What is the role of the community, rights and gender (CRG) strategic initiative within the Global Fund?
Annabelle Metzner. CRG SI supports the engagement of key and vulnerable populations in the response to HIV, tuberculosis, and malaria throughout the grant cycle. These key and vulnerable populations are men who have sex with men, sex workers, people who use drugs, people living with HIV, transgender people, people in prisons and detention centers, migrants, and adolescent girls and young women. These groups are socially marginalized and sometimes criminalized and often experience violations of their human rights, which increases their vulnerability. These are the groups most affected by the three diseases.
Gavin Reid. Community leadership and their participation in the governance, implementation, and oversight of programs supported by the Global Fund are essential to achieve a lasting impact against the three diseases. Including communities in programs makes it possible to provide a response more in line with their needs that takes into account human rights issues, as well as the gender and age of population groups. CRG SI has three complementary ways of achieving this: technical assistance by and for communities, support for networks and organizations of key and vulnerable populations, and six regional platforms.
What is the specific role of these regional platforms?
G. R. These regional platforms strengthen communities’ knowledge of Global Fund procedures. They cover countries eligible for Global Fund grants in six regions: APCASO for the Asia and Pacific region, ITPC-MENA in North Africa and the Middle East, EANNASO for English-speaking Africa, RAME for French-speaking Africa, EHRA for Eastern Europe and Central Asia, and Via Libre for Latin America and the Caribbean. They also enable better access to technical assistance, including that provided by L’Initiative. Their work will be further strengthened by the end of 2023 through the production of new tools, such as newsletters, webinars, and regional studies and workshops. They also work collaboratively with L’Initiative: in May 2021, a webinar was organized jointly by ITPC-MENA and L’Initiative to present the different types of technical assistance provided to civil society and community representatives in the region.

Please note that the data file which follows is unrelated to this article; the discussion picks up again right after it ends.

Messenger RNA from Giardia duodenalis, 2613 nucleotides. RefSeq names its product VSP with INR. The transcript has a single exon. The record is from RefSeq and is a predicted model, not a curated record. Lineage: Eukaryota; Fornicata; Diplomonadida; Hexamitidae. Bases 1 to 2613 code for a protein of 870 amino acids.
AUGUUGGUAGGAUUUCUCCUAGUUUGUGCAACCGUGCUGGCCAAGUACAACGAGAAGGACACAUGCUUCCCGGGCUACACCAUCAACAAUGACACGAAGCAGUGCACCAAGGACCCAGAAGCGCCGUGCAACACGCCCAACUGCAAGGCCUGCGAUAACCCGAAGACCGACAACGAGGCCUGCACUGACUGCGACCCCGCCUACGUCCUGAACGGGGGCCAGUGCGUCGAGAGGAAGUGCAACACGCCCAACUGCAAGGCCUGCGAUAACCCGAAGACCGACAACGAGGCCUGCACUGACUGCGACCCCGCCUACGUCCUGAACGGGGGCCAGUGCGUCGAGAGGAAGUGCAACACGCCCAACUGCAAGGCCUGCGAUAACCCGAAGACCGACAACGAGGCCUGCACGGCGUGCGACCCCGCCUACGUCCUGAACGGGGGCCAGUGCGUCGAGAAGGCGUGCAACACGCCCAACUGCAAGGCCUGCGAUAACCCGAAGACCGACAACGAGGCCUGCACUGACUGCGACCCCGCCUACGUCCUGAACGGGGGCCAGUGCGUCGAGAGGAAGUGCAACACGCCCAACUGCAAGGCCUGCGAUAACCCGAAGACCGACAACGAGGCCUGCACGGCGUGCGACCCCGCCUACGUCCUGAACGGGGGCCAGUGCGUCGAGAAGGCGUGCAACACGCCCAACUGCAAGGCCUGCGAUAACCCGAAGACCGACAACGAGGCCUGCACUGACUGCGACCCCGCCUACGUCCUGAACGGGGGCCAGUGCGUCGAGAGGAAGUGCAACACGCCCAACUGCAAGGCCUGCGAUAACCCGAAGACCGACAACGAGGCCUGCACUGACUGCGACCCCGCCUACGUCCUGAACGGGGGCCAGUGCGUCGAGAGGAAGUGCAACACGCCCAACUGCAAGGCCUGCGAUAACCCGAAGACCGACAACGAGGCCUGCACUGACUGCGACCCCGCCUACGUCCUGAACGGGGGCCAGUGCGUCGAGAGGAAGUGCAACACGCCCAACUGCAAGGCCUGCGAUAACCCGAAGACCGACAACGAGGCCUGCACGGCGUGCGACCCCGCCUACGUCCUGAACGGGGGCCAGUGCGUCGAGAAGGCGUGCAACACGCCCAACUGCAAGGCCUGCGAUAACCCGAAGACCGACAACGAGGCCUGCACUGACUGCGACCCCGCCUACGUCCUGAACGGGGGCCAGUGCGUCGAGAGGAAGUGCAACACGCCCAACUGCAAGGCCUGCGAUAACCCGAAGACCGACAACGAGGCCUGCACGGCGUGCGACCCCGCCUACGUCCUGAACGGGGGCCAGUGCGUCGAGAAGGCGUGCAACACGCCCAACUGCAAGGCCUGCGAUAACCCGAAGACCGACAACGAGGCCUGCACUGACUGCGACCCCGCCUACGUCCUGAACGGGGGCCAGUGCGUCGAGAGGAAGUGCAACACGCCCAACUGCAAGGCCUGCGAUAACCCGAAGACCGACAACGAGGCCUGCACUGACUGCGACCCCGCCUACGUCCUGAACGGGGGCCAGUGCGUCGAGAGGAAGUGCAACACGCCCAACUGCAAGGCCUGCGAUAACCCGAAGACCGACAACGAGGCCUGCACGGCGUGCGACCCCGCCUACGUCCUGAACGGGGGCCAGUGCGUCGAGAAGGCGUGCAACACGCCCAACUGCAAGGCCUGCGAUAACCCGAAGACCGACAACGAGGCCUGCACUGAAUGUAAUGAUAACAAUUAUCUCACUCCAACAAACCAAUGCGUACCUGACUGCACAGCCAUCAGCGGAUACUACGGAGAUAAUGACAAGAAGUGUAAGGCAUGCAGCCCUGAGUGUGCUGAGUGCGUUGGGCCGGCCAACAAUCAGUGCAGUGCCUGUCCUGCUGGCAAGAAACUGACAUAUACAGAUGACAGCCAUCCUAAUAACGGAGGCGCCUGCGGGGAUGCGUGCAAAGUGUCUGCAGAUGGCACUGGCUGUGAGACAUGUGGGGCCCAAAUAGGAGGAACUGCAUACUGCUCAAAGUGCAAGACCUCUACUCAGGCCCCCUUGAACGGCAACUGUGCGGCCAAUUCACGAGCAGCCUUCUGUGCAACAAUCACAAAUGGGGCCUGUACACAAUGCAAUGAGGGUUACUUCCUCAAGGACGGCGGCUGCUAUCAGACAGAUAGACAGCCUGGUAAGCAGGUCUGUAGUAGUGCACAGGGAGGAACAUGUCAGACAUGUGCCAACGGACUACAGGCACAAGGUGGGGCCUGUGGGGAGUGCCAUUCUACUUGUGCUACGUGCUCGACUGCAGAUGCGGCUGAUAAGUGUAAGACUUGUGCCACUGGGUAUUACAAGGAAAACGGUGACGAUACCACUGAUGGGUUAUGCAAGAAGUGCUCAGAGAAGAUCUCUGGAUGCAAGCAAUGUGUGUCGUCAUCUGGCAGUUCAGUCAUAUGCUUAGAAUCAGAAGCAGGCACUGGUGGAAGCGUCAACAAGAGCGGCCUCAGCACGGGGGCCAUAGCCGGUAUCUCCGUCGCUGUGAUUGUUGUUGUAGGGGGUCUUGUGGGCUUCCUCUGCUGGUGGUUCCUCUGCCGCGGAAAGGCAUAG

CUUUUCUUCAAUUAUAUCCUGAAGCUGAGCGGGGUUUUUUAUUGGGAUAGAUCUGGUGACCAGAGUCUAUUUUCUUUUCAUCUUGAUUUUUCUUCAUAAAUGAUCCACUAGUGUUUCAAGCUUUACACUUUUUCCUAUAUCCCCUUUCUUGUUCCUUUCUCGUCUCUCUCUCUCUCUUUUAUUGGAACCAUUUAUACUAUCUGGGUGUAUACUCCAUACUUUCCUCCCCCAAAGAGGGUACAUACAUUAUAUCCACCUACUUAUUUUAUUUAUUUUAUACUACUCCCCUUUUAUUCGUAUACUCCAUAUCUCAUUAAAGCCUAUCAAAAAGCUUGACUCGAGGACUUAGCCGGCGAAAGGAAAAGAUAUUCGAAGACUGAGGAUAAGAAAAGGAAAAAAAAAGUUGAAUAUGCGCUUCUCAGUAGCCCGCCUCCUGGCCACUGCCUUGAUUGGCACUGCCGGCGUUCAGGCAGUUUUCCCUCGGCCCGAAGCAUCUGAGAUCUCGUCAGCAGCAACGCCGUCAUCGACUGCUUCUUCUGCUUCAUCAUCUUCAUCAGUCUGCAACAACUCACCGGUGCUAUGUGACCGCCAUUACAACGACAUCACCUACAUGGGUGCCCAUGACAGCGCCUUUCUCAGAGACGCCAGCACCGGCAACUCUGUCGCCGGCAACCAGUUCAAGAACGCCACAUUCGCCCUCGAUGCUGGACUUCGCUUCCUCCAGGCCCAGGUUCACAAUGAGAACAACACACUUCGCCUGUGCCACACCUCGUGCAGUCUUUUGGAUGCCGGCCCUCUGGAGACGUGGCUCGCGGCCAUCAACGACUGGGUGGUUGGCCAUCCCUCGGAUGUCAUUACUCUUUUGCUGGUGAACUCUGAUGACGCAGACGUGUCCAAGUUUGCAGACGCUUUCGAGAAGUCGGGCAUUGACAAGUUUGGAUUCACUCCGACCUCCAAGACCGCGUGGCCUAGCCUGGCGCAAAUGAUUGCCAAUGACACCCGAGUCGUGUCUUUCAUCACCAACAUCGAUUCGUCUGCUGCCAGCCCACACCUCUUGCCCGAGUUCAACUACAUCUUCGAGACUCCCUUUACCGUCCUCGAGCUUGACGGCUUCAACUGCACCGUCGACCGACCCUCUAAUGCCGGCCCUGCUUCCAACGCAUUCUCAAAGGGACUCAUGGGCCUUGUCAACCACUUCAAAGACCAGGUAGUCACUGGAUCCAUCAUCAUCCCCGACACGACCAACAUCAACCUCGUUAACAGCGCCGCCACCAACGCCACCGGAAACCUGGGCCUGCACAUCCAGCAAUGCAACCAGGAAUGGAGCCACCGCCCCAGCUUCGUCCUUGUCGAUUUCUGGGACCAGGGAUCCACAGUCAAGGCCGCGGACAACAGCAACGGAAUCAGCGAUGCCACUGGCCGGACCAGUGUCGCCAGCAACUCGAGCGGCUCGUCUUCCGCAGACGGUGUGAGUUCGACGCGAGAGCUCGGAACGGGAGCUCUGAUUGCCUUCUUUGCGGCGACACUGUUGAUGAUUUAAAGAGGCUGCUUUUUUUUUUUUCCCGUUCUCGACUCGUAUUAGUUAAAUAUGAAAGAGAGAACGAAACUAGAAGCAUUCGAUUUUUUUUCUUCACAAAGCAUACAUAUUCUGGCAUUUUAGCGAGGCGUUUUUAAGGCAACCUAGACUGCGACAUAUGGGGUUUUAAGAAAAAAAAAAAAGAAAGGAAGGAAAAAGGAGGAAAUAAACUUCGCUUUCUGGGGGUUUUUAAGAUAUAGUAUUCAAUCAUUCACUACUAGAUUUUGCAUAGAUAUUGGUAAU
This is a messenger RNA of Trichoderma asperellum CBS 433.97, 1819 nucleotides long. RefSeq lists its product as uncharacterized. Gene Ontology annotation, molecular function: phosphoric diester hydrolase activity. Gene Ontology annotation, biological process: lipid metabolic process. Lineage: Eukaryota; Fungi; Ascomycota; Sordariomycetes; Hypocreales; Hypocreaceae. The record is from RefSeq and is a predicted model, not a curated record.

How did the CRG initiative support civil society and community engagement in this process?
A.M. An internal Global Fund survey carried out on the first C19RM round showed that 24% of civil society representatives in Country Coordinating Mechanisms (CCMs) did not obtain information relating to this process in time to submit their requests. In addition, 51% said their priorities were not taken into account in these grants. The Global Fund has, therefore, worked to include civil society and communities more meaningfully in the launch of the second C19RM round in April 2021. This process relied on the strategic initiative’s infrastructure and partners, i.e., 26 technical assistance providers and 13 networks of key and vulnerable populations in addition to the six regional platforms mentioned previously.
G. R. Various resources were then rapidly put together in several languages by our partners. In May and June 2021, short-term technical assistance was also made available to civil society and communities to do a rapid needs assessment or to organize community consultations to be able to influence requests submitted by CCMs. In addition, the key population networks and the six regional platforms provided strategic support at the national level to help communities identify their priorities in the context of C19RM funding requests.
How does the CRG collaborate with L’Initiative?
G.R. L’Initiative is an active member of the CRG SI coordination body, as well as GIZ BACKUP Health, UNAIDS, Stop TB Partnership, Roll Back Malaria, WHO, the Communities Delegation to the Global Fund Board, and various stakeholders from the Global Fund Secretariat. L’Initiative is an important partner in our work, particularly in terms of providing technical assistance to civil society and communities.
A.M. Just to add that since January 2021, L’Initiative has contributed to monthly monitoring of technical assistance provided to civil society and community organizations by the partners mentioned. Monitoring has been put in place to better identify the gaps and coordinate the request. So far, this has made it possible to coordinate monitoring of, and compile information on, 150 technical assistance assignments implemented by 30 service providers.